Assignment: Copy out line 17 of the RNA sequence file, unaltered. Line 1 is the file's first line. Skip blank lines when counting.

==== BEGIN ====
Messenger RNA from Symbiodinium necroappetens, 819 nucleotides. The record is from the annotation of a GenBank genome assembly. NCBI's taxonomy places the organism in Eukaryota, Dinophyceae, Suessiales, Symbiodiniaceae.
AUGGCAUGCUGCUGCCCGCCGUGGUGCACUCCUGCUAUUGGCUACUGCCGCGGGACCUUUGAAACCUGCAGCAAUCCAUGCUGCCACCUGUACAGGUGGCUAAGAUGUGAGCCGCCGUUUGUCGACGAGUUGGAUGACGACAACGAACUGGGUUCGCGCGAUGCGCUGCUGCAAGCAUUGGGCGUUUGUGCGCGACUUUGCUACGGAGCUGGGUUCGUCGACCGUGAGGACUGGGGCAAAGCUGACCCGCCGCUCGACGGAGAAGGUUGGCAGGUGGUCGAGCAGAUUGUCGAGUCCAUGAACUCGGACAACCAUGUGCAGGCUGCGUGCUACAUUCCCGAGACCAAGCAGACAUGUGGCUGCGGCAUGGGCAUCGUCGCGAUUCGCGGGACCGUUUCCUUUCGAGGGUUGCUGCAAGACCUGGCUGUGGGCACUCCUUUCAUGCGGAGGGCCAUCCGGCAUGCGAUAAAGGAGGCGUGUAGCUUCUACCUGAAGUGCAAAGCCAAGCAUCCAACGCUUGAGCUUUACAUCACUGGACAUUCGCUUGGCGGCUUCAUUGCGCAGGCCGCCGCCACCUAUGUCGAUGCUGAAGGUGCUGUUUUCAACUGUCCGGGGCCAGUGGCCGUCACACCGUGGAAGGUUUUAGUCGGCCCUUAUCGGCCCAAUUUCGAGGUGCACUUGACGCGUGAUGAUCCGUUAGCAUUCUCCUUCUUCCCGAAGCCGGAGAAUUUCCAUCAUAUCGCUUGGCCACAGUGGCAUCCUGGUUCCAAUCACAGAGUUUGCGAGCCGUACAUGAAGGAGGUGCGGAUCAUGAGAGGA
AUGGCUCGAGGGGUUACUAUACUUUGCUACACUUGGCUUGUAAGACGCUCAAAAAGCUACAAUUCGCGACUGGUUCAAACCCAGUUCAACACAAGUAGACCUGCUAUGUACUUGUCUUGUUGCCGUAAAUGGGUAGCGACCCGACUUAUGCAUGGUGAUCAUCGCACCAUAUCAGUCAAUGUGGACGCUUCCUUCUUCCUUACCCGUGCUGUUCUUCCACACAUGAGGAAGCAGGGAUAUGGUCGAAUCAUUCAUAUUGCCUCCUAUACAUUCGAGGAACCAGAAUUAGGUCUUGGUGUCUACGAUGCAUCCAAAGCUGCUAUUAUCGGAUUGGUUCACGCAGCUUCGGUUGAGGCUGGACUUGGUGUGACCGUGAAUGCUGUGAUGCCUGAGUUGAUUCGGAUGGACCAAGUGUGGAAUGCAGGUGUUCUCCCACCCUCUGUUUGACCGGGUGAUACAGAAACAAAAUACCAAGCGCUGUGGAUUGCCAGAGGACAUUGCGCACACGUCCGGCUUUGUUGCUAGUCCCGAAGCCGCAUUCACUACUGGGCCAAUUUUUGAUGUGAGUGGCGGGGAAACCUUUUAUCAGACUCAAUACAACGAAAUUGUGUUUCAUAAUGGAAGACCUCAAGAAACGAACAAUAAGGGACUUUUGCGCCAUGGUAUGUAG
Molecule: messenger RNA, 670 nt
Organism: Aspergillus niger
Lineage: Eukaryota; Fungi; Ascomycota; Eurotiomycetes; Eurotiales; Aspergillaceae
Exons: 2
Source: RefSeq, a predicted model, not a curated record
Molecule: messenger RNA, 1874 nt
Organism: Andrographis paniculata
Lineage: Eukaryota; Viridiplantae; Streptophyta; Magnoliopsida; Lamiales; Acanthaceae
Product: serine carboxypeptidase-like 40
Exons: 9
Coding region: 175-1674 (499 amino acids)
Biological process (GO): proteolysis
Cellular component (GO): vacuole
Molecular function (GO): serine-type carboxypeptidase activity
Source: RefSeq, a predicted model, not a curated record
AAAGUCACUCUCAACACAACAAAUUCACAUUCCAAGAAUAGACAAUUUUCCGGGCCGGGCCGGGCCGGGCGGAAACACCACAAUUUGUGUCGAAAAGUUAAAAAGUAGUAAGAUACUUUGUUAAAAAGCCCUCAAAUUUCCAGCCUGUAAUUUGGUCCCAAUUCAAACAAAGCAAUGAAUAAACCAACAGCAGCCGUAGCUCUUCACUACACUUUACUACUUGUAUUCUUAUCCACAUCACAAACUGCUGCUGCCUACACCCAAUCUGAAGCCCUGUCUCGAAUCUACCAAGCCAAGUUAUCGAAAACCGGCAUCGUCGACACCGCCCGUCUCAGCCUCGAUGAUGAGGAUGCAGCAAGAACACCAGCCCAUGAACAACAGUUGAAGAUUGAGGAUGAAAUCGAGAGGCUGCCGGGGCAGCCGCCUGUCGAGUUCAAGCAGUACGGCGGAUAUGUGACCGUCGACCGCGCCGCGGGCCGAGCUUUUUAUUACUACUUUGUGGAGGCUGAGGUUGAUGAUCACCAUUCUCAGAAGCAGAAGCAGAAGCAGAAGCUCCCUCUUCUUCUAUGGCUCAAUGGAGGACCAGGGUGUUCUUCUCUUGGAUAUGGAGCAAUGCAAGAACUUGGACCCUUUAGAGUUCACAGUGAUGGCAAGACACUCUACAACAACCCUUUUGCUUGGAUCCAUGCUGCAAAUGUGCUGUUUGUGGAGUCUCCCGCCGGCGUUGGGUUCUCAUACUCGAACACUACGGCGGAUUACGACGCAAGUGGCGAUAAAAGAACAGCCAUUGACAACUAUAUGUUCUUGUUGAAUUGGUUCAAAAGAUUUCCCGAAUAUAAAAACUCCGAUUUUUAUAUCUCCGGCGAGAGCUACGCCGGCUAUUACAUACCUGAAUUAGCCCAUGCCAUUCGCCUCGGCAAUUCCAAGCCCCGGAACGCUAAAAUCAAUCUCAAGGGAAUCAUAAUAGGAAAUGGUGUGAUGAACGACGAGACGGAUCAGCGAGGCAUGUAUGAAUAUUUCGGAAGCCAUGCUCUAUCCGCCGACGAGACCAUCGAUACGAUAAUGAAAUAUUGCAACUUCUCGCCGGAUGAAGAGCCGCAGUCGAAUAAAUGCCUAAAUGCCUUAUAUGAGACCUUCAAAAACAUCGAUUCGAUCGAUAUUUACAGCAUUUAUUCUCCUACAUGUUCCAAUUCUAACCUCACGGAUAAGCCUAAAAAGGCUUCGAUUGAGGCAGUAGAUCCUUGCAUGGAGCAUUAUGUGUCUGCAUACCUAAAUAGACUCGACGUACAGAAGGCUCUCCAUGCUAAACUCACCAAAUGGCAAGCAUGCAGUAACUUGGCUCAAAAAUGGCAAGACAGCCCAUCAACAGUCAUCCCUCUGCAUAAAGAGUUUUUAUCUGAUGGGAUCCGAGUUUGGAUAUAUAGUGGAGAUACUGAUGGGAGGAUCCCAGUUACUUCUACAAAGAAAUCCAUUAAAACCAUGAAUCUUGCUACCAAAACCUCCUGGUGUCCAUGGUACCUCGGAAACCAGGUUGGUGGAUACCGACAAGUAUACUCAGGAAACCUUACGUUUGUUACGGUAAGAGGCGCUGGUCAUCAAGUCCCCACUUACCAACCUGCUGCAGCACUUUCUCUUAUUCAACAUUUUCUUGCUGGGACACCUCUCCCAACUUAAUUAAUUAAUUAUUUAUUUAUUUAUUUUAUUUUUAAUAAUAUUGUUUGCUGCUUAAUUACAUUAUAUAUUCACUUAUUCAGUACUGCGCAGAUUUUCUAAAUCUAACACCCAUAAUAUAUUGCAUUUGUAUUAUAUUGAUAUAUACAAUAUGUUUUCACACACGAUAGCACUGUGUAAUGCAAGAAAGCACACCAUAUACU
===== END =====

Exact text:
Molecular function (GO): serine-type carboxypeptidase activity